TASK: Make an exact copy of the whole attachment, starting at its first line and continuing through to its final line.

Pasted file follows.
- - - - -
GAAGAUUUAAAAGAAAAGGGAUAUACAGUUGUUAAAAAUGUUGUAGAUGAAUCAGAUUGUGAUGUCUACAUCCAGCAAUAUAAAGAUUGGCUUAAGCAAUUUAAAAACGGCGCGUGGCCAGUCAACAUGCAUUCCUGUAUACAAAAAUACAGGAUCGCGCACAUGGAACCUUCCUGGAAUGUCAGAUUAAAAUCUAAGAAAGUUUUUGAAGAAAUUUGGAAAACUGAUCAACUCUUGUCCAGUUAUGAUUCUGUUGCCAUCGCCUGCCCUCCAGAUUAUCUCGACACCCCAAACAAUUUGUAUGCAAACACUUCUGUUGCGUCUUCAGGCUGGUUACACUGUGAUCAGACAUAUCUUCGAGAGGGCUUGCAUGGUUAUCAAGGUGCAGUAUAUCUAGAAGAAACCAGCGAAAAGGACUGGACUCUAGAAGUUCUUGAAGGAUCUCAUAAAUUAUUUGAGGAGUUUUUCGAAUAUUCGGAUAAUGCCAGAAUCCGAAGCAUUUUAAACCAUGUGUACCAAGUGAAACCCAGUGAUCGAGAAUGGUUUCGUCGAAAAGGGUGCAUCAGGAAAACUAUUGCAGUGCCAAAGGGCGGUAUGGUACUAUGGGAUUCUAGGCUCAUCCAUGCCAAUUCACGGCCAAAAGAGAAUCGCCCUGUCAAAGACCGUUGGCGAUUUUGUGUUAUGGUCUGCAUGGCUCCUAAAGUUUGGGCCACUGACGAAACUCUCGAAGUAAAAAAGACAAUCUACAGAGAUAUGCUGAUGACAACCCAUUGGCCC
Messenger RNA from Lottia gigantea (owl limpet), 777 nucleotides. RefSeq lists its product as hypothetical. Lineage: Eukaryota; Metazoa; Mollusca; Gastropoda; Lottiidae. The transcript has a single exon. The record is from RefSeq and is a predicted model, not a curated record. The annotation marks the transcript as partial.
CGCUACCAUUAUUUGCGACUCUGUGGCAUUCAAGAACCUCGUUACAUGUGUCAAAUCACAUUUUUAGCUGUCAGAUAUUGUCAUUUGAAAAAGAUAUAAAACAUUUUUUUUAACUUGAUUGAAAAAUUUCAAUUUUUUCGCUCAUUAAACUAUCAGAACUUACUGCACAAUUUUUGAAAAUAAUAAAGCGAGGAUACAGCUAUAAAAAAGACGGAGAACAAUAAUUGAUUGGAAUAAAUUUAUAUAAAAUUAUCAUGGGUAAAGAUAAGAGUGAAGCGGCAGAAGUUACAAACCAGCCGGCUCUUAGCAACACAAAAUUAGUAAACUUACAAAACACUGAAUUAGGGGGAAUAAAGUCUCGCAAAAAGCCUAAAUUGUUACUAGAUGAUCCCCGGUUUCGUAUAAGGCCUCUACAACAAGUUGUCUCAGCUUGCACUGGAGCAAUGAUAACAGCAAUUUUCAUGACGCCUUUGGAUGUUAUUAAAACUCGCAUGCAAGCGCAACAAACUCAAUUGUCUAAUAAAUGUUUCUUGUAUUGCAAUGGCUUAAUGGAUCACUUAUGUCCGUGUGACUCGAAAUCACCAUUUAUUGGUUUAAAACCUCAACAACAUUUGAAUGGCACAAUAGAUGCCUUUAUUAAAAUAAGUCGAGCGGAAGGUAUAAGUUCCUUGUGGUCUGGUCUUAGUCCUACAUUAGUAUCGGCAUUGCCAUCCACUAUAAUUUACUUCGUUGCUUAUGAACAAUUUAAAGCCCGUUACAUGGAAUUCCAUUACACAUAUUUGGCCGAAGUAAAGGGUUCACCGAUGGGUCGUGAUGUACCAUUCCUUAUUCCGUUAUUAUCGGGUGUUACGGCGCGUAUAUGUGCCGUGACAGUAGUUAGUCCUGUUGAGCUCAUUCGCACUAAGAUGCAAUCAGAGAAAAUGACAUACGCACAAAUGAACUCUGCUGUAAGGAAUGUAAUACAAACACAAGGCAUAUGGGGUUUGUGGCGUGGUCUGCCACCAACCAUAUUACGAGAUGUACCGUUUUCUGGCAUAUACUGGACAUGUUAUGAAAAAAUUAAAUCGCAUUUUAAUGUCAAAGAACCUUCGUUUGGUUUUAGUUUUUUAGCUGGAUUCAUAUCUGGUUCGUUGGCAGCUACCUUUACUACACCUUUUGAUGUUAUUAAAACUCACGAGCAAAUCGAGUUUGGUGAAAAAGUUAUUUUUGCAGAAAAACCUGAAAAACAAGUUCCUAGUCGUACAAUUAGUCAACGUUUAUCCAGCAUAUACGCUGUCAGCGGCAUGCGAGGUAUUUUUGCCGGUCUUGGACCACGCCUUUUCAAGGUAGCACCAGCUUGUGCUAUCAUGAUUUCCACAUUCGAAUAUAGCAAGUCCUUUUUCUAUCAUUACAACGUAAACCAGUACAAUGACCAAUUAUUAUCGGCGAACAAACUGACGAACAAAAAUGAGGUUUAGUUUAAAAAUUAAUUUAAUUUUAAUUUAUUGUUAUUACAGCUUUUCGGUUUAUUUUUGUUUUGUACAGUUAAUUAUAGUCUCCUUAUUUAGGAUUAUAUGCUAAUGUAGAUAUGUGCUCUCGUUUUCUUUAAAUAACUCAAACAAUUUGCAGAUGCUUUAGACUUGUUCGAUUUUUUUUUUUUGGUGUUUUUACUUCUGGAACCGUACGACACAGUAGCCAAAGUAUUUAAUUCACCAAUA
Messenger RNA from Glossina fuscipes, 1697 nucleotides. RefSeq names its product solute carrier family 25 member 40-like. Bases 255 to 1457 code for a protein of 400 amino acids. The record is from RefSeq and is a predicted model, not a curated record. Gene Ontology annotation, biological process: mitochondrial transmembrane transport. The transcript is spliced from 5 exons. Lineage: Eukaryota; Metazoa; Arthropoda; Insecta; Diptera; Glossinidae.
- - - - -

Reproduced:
GAAGAUUUAAAAGAAAAGGGAUAUACAGUUGUUAAAAAUGUUGUAGAUGAAUCAGAUUGUGAUGUCUACAUCCAGCAAUAUAAAGAUUGGCUUAAGCAAUUUAAAAACGGCGCGUGGCCAGUCAACAUGCAUUCCUGUAUACAAAAAUACAGGAUCGCGCACAUGGAACCUUCCUGGAAUGUCAGAUUAAAAUCUAAGAAAGUUUUUGAAGAAAUUUGGAAAACUGAUCAACUCUUGUCCAGUUAUGAUUCUGUUGCCAUCGCCUGCCCUCCAGAUUAUCUCGACACCCCAAACAAUUUGUAUGCAAACACUUCUGUUGCGUCUUCAGGCUGGUUACACUGUGAUCAGACAUAUCUUCGAGAGGGCUUGCAUGGUUAUCAAGGUGCAGUAUAUCUAGAAGAAACCAGCGAAAAGGACUGGACUCUAGAAGUUCUUGAAGGAUCUCAUAAAUUAUUUGAGGAGUUUUUCGAAUAUUCGGAUAAUGCCAGAAUCCGAAGCAUUUUAAACCAUGUGUACCAAGUGAAACCCAGUGAUCGAGAAUGGUUUCGUCGAAAAGGGUGCAUCAGGAAAACUAUUGCAGUGCCAAAGGGCGGUAUGGUACUAUGGGAUUCUAGGCUCAUCCAUGCCAAUUCACGGCCAAAAGAGAAUCGCCCUGUCAAAGACCGUUGGCGAUUUUGUGUUAUGGUCUGCAUGGCUCCUAAAGUUUGGGCCACUGACGAAACUCUCGAAGUAAAAAAGACAAUCUACAGAGAUAUGCUGAUGACAACCCAUUGGCCC
Messenger RNA from Lottia gigantea (owl limpet), 777 nucleotides. RefSeq lists its product as hypothetical. Lineage: Eukaryota; Metazoa; Mollusca; Gastropoda; Lottiidae. The transcript has a single exon. The record is from RefSeq and is a predicted model, not a curated record. The annotation marks the transcript as partial.
CGCUACCAUUAUUUGCGACUCUGUGGCAUUCAAGAACCUCGUUACAUGUGUCAAAUCACAUUUUUAGCUGUCAGAUAUUGUCAUUUGAAAAAGAUAUAAAACAUUUUUUUUAACUUGAUUGAAAAAUUUCAAUUUUUUCGCUCAUUAAACUAUCAGAACUUACUGCACAAUUUUUGAAAAUAAUAAAGCGAGGAUACAGCUAUAAAAAAGACGGAGAACAAUAAUUGAUUGGAAUAAAUUUAUAUAAAAUUAUCAUGGGUAAAGAUAAGAGUGAAGCGGCAGAAGUUACAAACCAGCCGGCUCUUAGCAACACAAAAUUAGUAAACUUACAAAACACUGAAUUAGGGGGAAUAAAGUCUCGCAAAAAGCCUAAAUUGUUACUAGAUGAUCCCCGGUUUCGUAUAAGGCCUCUACAACAAGUUGUCUCAGCUUGCACUGGAGCAAUGAUAACAGCAAUUUUCAUGACGCCUUUGGAUGUUAUUAAAACUCGCAUGCAAGCGCAACAAACUCAAUUGUCUAAUAAAUGUUUCUUGUAUUGCAAUGGCUUAAUGGAUCACUUAUGUCCGUGUGACUCGAAAUCACCAUUUAUUGGUUUAAAACCUCAACAACAUUUGAAUGGCACAAUAGAUGCCUUUAUUAAAAUAAGUCGAGCGGAAGGUAUAAGUUCCUUGUGGUCUGGUCUUAGUCCUACAUUAGUAUCGGCAUUGCCAUCCACUAUAAUUUACUUCGUUGCUUAUGAACAAUUUAAAGCCCGUUACAUGGAAUUCCAUUACACAUAUUUGGCCGAAGUAAAGGGUUCACCGAUGGGUCGUGAUGUACCAUUCCUUAUUCCGUUAUUAUCGGGUGUUACGGCGCGUAUAUGUGCCGUGACAGUAGUUAGUCCUGUUGAGCUCAUUCGCACUAAGAUGCAAUCAGAGAAAAUGACAUACGCACAAAUGAACUCUGCUGUAAGGAAUGUAAUACAAACACAAGGCAUAUGGGGUUUGUGGCGUGGUCUGCCACCAACCAUAUUACGAGAUGUACCGUUUUCUGGCAUAUACUGGACAUGUUAUGAAAAAAUUAAAUCGCAUUUUAAUGUCAAAGAACCUUCGUUUGGUUUUAGUUUUUUAGCUGGAUUCAUAUCUGGUUCGUUGGCAGCUACCUUUACUACACCUUUUGAUGUUAUUAAAACUCACGAGCAAAUCGAGUUUGGUGAAAAAGUUAUUUUUGCAGAAAAACCUGAAAAACAAGUUCCUAGUCGUACAAUUAGUCAACGUUUAUCCAGCAUAUACGCUGUCAGCGGCAUGCGAGGUAUUUUUGCCGGUCUUGGACCACGCCUUUUCAAGGUAGCACCAGCUUGUGCUAUCAUGAUUUCCACAUUCGAAUAUAGCAAGUCCUUUUUCUAUCAUUACAACGUAAACCAGUACAAUGACCAAUUAUUAUCGGCGAACAAACUGACGAACAAAAAUGAGGUUUAGUUUAAAAAUUAAUUUAAUUUUAAUUUAUUGUUAUUACAGCUUUUCGGUUUAUUUUUGUUUUGUACAGUUAAUUAUAGUCUCCUUAUUUAGGAUUAUAUGCUAAUGUAGAUAUGUGCUCUCGUUUUCUUUAAAUAACUCAAACAAUUUGCAGAUGCUUUAGACUUGUUCGAUUUUUUUUUUUUGGUGUUUUUACUUCUGGAACCGUACGACACAGUAGCCAAAGUAUUUAAUUCACCAAUA
Messenger RNA from Glossina fuscipes, 1697 nucleotides. RefSeq names its product solute carrier family 25 member 40-like. Bases 255 to 1457 code for a protein of 400 amino acids. The record is from RefSeq and is a predicted model, not a curated record. Gene Ontology annotation, biological process: mitochondrial transmembrane transport. The transcript is spliced from 5 exons. Lineage: Eukaryota; Metazoa; Arthropoda; Insecta; Diptera; Glossinidae.